Almost half the developers responding to a data quality survey by SD Times and Melissa indicated they are responsible for managing the quality of the data their applications rely on.
Further, more than half of the 202 respondents said they were involved in data quality input, data quality management, choosing validation APIs or API data quality solutions, and data integration.
Some 57% of developers surveyed indicated the primary domain their companies generate master data for is customer, followed by product (14%), employee (12%) and finance (11%).
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“Poor data quality hurts organizations in terms of being able to deliver great experiences to their customers, which impacts their businesses,” said David Lyman, publisher of SD Times, which completed the survey in conjunction with data quality solution provided Melissa. “Whether it’s duplicate data, inconsistent or incomplete data, developers are spending more and more time cleaning things up instead of working on solutions that deliver value to the company.”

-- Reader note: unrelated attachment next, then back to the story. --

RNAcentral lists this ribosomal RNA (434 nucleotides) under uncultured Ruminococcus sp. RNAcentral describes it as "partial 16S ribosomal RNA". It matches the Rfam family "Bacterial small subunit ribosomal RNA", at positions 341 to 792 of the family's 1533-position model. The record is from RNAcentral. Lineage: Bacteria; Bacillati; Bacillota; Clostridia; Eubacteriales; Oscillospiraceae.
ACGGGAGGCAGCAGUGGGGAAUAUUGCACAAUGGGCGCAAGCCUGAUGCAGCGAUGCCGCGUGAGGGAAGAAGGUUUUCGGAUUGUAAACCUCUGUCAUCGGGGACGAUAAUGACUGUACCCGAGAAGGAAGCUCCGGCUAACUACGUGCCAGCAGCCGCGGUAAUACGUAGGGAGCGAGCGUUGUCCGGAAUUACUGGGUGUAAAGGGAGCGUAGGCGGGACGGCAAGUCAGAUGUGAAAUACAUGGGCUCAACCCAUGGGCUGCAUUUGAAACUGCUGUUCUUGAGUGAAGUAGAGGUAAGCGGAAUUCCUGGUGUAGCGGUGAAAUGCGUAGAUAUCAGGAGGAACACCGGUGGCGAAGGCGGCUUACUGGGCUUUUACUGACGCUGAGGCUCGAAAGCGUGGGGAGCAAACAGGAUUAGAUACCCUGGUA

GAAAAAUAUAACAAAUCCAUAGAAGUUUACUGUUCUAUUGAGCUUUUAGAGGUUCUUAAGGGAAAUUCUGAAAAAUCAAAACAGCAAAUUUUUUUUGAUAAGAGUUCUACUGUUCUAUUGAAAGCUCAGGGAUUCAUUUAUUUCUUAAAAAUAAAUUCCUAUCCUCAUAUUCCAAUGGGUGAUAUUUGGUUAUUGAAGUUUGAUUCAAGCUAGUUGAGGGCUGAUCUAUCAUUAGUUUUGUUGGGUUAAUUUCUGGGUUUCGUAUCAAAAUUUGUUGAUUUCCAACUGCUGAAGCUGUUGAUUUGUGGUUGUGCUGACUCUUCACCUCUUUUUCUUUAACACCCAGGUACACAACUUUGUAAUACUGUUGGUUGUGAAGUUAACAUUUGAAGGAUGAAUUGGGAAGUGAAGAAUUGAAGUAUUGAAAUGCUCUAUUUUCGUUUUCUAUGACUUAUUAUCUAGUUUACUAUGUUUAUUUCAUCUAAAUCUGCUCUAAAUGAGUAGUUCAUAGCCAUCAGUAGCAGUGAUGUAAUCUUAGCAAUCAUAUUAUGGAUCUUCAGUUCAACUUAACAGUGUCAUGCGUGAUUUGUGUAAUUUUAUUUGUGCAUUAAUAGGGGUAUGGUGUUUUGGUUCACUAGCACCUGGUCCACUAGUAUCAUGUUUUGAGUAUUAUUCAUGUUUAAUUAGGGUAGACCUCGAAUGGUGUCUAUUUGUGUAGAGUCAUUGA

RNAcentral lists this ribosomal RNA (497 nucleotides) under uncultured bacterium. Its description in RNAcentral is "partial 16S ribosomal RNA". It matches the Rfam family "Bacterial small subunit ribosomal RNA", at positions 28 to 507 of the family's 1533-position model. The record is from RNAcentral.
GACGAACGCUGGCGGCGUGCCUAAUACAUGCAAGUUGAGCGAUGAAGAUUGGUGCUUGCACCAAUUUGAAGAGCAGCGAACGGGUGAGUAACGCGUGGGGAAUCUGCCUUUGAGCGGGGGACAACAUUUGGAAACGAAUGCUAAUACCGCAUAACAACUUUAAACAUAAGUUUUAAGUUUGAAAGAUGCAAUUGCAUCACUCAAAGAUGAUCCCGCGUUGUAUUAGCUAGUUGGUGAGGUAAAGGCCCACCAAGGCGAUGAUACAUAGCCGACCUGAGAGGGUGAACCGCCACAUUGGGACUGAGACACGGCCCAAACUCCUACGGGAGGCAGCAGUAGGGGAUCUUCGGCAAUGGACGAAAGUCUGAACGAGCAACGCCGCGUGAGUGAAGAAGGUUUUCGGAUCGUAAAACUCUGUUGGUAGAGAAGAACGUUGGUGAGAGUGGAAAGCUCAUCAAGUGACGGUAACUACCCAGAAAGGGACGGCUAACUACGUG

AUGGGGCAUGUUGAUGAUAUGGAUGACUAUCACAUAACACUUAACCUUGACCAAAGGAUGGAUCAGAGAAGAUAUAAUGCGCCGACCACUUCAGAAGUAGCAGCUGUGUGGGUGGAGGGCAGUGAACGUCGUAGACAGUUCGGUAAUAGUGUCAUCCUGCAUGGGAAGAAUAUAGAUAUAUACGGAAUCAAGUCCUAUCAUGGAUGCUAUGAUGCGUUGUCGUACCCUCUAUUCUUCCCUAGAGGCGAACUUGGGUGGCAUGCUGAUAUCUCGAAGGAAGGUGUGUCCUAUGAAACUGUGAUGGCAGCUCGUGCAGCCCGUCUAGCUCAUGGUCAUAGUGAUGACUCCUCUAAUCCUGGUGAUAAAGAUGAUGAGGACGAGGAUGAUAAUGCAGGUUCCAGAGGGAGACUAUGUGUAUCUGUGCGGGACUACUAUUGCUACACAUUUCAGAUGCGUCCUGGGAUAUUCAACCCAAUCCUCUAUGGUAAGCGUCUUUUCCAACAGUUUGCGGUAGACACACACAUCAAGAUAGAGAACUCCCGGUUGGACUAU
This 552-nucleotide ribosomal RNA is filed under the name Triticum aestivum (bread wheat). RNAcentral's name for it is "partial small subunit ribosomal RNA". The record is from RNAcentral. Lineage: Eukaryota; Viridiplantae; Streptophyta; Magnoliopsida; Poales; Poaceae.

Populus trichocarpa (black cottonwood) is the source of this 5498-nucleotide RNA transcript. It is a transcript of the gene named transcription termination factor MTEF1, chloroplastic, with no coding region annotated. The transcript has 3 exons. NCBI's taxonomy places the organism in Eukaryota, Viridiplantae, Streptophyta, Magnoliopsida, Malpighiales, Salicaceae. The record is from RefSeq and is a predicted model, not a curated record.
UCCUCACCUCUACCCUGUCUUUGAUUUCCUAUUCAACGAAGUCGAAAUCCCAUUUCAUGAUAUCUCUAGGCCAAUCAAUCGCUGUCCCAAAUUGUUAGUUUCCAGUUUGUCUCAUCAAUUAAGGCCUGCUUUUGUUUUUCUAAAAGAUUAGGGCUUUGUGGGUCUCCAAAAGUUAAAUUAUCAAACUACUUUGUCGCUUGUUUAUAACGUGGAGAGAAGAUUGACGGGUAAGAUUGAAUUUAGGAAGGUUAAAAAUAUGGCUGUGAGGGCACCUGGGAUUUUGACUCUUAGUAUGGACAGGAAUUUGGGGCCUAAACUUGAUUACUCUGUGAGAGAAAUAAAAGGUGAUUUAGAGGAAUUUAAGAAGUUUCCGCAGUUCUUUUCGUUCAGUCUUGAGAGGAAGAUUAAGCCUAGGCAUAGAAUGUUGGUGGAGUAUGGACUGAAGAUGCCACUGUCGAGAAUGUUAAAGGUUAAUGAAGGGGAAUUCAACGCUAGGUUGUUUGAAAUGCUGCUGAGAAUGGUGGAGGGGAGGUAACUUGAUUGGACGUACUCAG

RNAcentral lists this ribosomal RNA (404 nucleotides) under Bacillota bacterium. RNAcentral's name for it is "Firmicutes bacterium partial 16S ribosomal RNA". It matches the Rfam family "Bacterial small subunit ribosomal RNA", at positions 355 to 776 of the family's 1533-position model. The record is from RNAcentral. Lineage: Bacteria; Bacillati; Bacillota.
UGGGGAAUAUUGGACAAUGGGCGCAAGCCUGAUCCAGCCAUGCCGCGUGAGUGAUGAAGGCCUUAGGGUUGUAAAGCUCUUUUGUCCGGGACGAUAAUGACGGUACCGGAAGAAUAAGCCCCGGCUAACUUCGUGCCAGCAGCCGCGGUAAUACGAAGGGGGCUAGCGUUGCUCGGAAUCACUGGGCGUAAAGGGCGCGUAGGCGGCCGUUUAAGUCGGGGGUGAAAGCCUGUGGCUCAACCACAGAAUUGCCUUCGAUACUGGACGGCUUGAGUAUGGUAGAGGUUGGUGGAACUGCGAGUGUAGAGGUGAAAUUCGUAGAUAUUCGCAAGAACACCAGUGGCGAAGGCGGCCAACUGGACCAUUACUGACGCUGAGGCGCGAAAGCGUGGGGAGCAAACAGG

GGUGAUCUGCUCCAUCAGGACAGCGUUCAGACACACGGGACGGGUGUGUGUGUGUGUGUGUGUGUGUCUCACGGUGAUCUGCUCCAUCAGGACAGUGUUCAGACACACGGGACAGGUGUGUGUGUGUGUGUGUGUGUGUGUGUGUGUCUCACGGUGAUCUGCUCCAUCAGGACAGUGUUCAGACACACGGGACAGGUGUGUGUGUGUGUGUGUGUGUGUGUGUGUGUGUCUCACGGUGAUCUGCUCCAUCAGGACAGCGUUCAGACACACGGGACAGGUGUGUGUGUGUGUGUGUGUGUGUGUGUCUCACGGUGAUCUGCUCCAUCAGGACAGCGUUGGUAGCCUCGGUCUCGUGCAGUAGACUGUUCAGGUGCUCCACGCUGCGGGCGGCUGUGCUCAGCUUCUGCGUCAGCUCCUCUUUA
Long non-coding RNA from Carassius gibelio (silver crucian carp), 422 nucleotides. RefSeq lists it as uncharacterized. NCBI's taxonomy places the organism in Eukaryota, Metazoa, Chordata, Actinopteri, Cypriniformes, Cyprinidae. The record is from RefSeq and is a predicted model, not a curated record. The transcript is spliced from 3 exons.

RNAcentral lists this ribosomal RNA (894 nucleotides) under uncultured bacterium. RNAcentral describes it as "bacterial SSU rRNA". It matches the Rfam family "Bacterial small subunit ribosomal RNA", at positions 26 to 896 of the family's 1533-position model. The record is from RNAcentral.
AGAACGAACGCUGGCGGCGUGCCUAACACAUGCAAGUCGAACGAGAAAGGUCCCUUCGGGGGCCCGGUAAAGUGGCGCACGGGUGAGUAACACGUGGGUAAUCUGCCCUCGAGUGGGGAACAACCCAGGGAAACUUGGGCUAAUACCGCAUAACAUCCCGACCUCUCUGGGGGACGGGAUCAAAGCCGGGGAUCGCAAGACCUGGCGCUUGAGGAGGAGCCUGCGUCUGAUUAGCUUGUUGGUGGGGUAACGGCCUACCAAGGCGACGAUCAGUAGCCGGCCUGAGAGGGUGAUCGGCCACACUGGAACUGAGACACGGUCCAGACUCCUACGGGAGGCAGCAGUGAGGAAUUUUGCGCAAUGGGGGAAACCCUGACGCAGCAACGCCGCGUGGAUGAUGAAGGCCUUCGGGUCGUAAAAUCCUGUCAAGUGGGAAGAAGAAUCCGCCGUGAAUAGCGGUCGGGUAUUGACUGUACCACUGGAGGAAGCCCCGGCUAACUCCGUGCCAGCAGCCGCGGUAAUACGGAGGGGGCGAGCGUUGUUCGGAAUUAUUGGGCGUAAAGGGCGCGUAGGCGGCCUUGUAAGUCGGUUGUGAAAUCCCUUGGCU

In fact, just about a third of respondents ranked duplicate data as their greatest challenge, followed by inconsistent data (23%) and incomplete data (21%). Next were international character sets (17%), old or incorrect data (11%) and misfielded data (10%).
“With the amount of data streaming in from a multitude of sources, it’s imperative for developers to build in a data quality firewall,” said Greg Brown, VP of Global Marketing at Melissa. “By identifying, fixing and eliminating duplicates, erroneous and invalid data before it enters your system helps cut the time needed for manual intervention while improving virtually every downstream process.”
Because of these data problems, respondents to the survey said they spend roughly one full day of their week dealing with data quality issues, taking time from building new applications.
“Developers should heed the 1-10-100 Rule, it costs on average $1 to verify the accuracy of a record at point of entry, $10 if it needs to be cleaned and $100 if nothing is done,” added Brown. “And, remember this doesn’t include the additional costs of misdelivered shipments, wasted postage and production costs, missed opportunities and undetected fraud, let alone the added costs of data preparation to make it fit for purpose.”
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